# 3 Reasons Why Calculus Is so Hard

*The derivative of its difficulty is also zero, so it will always be this hardCaptain Calculus*

So you are a pre-med or engineering student stuck in a Calculus class and just had your mind blown to its limits (no pun intended). Most students start scratching their heads when limits become derivatives. Then when derivatives become integrals. Then, it’s just hopeless from there. How can it be so difficult? Those of you taking it now know just how difficult it can get. Those of you who are going to take it may start having second thoughts. In reality, it is not THAT bad.

**1.) Things start moving**

In Algebra, you had some graph paper and drew pretty lines and shapes. In Geometry and Trigonometry, you drew triangles. Maybe you had to combine algebra and Trigonometry at one point, and that was all still math, plain and simple. Distribute, factor, and simplify; these are techniques we have been doing since middle school, but how do you calculate motion? Not only do things start moving in Calculus, they start accelerating and moving faster! As you might have guessed, there is math behind exactly how fast they start moving.

**2.) There are word problems**

Normally, this would not be an issue because we have word problems all the time. Try solving this one: “Jill has two apples. Jack gives six of his apples to Jill, and Jill then gives half her apples to Dan. If Jack now has three times as many apples as Dan, how many apples did Jack start out with?”

If you had problems solving that one, you are going to be hopeless in Calculus, where you see problems like: “A lifeguard sees a damsel in distress drowning 500 meters away, at an angle of 45º. Half of the stretch is beach sand, where he can run at 0.8 meters per second. The other half is water, where he can only swim at 0.3 meters per second. At what angle should he start running in order to minimize his time to reach the drowning damsel?” If you say 45º you are wrong. Good luck.

**3.) It’s like real life**

I cannot make this stuff up, because Calculus and Physics are so closely intertwined that many of their problems cross over. For example, a ball’s position function is defined as (insert generic polynomial equation here). What is its velocity at time t? That is actually one of the easier ones. Wait until you get to related rates and you have to design a soda can that will save your employer money because Aluminum (Aluminium if you’re English) is expensive. Fun stuff.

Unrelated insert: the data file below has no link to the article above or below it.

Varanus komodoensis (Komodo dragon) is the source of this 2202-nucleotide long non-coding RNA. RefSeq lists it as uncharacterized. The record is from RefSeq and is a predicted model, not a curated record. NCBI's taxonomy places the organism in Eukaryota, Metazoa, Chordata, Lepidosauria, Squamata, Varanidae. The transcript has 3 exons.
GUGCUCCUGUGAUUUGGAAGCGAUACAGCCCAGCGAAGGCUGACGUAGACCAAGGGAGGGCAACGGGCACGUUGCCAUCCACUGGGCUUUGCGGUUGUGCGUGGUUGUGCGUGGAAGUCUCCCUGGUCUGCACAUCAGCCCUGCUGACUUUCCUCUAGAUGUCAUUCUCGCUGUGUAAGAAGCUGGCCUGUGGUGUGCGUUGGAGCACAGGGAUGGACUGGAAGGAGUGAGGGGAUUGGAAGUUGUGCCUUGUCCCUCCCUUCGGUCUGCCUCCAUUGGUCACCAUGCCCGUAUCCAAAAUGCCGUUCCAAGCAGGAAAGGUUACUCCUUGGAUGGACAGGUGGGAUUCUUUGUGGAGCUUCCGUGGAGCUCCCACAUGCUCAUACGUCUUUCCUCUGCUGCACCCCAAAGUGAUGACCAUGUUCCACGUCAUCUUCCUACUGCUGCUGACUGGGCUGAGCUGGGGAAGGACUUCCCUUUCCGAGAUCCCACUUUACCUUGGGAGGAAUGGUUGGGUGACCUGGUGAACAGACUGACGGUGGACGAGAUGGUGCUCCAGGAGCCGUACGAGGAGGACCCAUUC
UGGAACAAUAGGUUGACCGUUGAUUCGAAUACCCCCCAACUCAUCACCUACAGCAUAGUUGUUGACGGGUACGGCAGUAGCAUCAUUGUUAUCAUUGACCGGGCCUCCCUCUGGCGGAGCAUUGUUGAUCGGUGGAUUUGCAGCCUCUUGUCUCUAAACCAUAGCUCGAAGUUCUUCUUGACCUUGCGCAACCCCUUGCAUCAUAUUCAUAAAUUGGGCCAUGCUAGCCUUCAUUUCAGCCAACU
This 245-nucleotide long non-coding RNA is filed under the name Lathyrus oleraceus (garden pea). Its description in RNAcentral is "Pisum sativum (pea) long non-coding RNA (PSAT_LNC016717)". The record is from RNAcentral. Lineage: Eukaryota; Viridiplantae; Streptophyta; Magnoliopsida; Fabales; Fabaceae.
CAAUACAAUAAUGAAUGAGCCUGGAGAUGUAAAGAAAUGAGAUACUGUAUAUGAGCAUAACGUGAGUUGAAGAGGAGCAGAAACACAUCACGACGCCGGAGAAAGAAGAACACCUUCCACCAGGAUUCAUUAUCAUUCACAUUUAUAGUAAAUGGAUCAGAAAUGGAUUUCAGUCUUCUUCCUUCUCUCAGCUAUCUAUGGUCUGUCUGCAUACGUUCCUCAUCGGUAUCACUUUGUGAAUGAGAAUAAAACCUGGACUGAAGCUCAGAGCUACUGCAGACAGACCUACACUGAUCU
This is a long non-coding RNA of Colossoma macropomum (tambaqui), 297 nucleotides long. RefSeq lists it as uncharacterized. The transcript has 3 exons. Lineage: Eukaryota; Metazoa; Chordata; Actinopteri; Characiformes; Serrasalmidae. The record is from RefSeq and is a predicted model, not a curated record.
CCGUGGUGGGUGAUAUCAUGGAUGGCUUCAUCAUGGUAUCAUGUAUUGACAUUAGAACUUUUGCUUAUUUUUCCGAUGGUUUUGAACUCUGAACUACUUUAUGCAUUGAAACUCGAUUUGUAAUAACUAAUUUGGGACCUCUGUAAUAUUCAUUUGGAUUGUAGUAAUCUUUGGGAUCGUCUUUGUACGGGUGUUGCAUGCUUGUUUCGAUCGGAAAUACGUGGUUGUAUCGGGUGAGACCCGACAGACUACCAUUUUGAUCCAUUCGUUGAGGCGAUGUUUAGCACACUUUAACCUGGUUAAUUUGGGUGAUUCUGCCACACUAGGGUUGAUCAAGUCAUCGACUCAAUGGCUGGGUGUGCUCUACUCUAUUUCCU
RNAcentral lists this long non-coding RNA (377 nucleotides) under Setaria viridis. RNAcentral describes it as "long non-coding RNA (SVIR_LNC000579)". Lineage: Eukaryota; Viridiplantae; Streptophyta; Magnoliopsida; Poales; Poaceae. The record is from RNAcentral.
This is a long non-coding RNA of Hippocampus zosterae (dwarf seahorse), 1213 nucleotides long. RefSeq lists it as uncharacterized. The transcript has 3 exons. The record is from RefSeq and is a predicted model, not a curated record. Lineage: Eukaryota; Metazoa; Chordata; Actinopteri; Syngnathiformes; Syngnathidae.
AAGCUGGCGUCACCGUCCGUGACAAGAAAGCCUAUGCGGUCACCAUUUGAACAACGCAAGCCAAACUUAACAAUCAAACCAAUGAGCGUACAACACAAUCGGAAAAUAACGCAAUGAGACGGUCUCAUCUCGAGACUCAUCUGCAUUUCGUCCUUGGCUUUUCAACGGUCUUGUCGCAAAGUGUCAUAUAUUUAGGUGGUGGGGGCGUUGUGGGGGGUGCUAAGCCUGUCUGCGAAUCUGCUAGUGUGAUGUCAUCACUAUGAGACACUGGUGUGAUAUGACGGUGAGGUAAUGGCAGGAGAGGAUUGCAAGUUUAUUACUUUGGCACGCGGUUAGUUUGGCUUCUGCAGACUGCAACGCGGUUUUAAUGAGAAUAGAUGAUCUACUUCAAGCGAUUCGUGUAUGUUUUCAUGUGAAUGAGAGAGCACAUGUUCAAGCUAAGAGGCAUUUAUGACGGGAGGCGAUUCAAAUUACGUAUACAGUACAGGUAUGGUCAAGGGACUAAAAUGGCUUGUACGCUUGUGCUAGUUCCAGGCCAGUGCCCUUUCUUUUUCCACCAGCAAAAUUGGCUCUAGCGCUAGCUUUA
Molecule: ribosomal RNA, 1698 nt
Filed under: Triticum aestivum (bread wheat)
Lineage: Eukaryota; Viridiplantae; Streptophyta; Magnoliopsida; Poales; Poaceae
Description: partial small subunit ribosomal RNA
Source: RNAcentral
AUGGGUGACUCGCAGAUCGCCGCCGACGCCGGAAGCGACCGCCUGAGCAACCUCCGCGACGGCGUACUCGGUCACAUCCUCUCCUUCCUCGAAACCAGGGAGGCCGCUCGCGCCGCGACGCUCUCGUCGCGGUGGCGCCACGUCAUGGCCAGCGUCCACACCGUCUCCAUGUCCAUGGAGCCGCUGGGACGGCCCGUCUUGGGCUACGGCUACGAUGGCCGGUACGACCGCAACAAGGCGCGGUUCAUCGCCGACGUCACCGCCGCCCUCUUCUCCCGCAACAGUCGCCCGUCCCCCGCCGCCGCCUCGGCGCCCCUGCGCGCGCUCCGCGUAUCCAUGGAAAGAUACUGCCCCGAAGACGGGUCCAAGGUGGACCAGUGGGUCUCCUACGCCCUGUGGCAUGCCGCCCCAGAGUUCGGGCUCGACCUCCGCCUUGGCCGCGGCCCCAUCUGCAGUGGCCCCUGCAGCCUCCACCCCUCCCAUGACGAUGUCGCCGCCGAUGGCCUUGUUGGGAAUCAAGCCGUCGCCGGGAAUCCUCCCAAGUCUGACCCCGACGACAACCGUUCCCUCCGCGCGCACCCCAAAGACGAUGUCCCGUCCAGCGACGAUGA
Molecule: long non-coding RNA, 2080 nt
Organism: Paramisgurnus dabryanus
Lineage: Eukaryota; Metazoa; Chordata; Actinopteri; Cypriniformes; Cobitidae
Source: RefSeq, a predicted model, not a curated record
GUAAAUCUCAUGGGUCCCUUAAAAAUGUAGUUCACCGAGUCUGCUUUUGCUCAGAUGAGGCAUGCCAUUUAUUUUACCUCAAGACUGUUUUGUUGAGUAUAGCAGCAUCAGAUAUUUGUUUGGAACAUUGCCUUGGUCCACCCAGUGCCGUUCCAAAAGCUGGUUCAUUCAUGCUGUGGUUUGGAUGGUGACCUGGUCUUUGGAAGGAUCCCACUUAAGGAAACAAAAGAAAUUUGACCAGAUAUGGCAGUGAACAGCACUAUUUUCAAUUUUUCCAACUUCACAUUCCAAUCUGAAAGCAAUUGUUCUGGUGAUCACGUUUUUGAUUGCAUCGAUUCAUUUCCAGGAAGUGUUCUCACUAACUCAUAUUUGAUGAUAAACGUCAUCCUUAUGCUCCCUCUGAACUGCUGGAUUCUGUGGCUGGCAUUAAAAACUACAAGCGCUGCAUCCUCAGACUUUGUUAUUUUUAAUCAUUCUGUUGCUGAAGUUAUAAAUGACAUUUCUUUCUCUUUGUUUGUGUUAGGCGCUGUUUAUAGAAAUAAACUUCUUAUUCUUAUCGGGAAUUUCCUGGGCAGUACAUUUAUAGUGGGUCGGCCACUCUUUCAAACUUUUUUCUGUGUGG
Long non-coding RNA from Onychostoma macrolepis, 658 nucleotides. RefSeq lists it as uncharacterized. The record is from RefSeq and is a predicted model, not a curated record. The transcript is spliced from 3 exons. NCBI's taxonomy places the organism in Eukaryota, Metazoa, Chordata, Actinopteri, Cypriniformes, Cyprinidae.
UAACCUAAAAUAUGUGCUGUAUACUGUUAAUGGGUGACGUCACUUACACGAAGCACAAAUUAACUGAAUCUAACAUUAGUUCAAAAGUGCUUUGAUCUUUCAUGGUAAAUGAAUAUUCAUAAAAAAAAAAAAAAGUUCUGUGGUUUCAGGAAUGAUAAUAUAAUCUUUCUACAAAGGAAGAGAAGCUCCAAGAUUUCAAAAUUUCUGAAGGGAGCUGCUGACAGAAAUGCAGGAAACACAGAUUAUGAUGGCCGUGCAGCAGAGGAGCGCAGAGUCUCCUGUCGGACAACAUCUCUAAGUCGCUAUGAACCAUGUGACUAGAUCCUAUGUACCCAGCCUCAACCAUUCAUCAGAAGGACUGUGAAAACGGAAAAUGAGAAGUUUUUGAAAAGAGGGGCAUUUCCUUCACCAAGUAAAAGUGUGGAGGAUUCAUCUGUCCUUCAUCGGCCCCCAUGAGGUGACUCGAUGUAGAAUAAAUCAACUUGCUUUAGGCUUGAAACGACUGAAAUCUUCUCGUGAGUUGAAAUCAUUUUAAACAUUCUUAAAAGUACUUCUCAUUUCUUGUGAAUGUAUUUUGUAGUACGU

**Some Great Calculus Resources**

You can ease the pain in learning calculus by using supplemental aids. These can be in the form of hard copy study guides, online videos and courses, and web platforms with practice calculus problems. I went ahead and compiled a list of possible resources to use to help with calculus troubles:

Udemy - Become a Calculus 1 Master: This specific class has a 4.2 out of 5 star rating and should be a helpful way to practice. The use of video combined with in class work and practice provides a great learning experience for users that can do it behind the comfort of their own screen.

At Omninox, we offer practice questions for calculus that cover all the big topics. Practice makes perfect. Therefore, we offer over 200 practice exam questions that are timed, automatically graded, and provided instant feedback/explanations.

The Huffington Post created a great article outlining some great calculus tools you can use where the majority of them are FREE. That's right, free. The six free to low-cost resources for calculus include a mixture of video lectures, interactive websites, and even materials form the calculus courses given at MIT!

(Picture source: http://www.cantonschools.org/~lforastiere/00F5BEEB-0075833E.1/Captain%20Calculus.jpg)